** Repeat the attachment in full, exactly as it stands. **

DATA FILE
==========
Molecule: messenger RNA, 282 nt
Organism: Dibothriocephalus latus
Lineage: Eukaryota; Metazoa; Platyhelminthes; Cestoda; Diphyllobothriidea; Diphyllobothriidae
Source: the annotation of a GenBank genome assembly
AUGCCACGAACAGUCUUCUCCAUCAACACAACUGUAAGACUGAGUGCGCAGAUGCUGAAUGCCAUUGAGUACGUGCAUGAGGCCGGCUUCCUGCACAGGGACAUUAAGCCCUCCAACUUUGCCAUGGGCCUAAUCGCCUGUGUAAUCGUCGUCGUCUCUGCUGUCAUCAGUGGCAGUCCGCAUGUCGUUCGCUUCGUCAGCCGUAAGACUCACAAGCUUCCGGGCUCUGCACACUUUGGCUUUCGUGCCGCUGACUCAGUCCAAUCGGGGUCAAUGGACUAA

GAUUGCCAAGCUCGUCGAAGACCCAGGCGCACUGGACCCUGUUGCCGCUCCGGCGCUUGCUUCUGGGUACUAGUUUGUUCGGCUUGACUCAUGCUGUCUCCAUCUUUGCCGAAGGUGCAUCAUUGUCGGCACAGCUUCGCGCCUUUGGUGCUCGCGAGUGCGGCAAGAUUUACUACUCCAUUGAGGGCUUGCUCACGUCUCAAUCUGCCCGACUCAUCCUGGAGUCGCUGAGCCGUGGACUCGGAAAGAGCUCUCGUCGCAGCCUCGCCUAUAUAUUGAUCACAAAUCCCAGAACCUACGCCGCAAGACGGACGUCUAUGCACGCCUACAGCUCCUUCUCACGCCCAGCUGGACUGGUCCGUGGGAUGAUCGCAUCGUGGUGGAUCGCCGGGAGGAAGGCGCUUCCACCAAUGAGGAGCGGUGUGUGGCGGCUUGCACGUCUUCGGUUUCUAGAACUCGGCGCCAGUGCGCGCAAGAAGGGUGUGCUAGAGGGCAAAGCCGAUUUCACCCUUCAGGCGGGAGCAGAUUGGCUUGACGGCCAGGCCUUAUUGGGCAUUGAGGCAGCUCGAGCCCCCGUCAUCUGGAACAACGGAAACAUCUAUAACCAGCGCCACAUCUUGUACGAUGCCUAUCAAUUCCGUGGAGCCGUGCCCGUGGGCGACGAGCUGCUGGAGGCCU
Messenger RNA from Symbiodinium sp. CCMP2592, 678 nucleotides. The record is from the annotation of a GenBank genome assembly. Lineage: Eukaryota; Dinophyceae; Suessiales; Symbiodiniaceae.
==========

Molecule: messenger RNA, 282 nt
Organism: Dibothriocephalus latus
Lineage: Eukaryota; Metazoa; Platyhelminthes; Cestoda; Diphyllobothriidea; Diphyllobothriidae
Source: the annotation of a GenBank genome assembly
AUGCCACGAACAGUCUUCUCCAUCAACACAACUGUAAGACUGAGUGCGCAGAUGCUGAAUGCCAUUGAGUACGUGCAUGAGGCCGGCUUCCUGCACAGGGACAUUAAGCCCUCCAACUUUGCCAUGGGCCUAAUCGCCUGUGUAAUCGUCGUCGUCUCUGCUGUCAUCAGUGGCAGUCCGCAUGUCGUUCGCUUCGUCAGCCGUAAGACUCACAAGCUUCCGGGCUCUGCACACUUUGGCUUUCGUGCCGCUGACUCAGUCCAAUCGGGGUCAAUGGACUAA

GAUUGCCAAGCUCGUCGAAGACCCAGGCGCACUGGACCCUGUUGCCGCUCCGGCGCUUGCUUCUGGGUACUAGUUUGUUCGGCUUGACUCAUGCUGUCUCCAUCUUUGCCGAAGGUGCAUCAUUGUCGGCACAGCUUCGCGCCUUUGGUGCUCGCGAGUGCGGCAAGAUUUACUACUCCAUUGAGGGCUUGCUCACGUCUCAAUCUGCCCGACUCAUCCUGGAGUCGCUGAGCCGUGGACUCGGAAAGAGCUCUCGUCGCAGCCUCGCCUAUAUAUUGAUCACAAAUCCCAGAACCUACGCCGCAAGACGGACGUCUAUGCACGCCUACAGCUCCUUCUCACGCCCAGCUGGACUGGUCCGUGGGAUGAUCGCAUCGUGGUGGAUCGCCGGGAGGAAGGCGCUUCCACCAAUGAGGAGCGGUGUGUGGCGGCUUGCACGUCUUCGGUUUCUAGAACUCGGCGCCAGUGCGCGCAAGAAGGGUGUGCUAGAGGGCAAAGCCGAUUUCACCCUUCAGGCGGGAGCAGAUUGGCUUGACGGCCAGGCCUUAUUGGGCAUUGAGGCAGCUCGAGCCCCCGUCAUCUGGAACAACGGAAACAUCUAUAACCAGCGCCACAUCUUGUACGAUGCCUAUCAAUUCCGUGGAGCCGUGCCCGUGGGCGACGAGCUGCUGGAGGCCU
Messenger RNA from Symbiodinium sp. CCMP2592, 678 nucleotides. The record is from the annotation of a GenBank genome assembly. Lineage: Eukaryota; Dinophyceae; Suessiales; Symbiodiniaceae.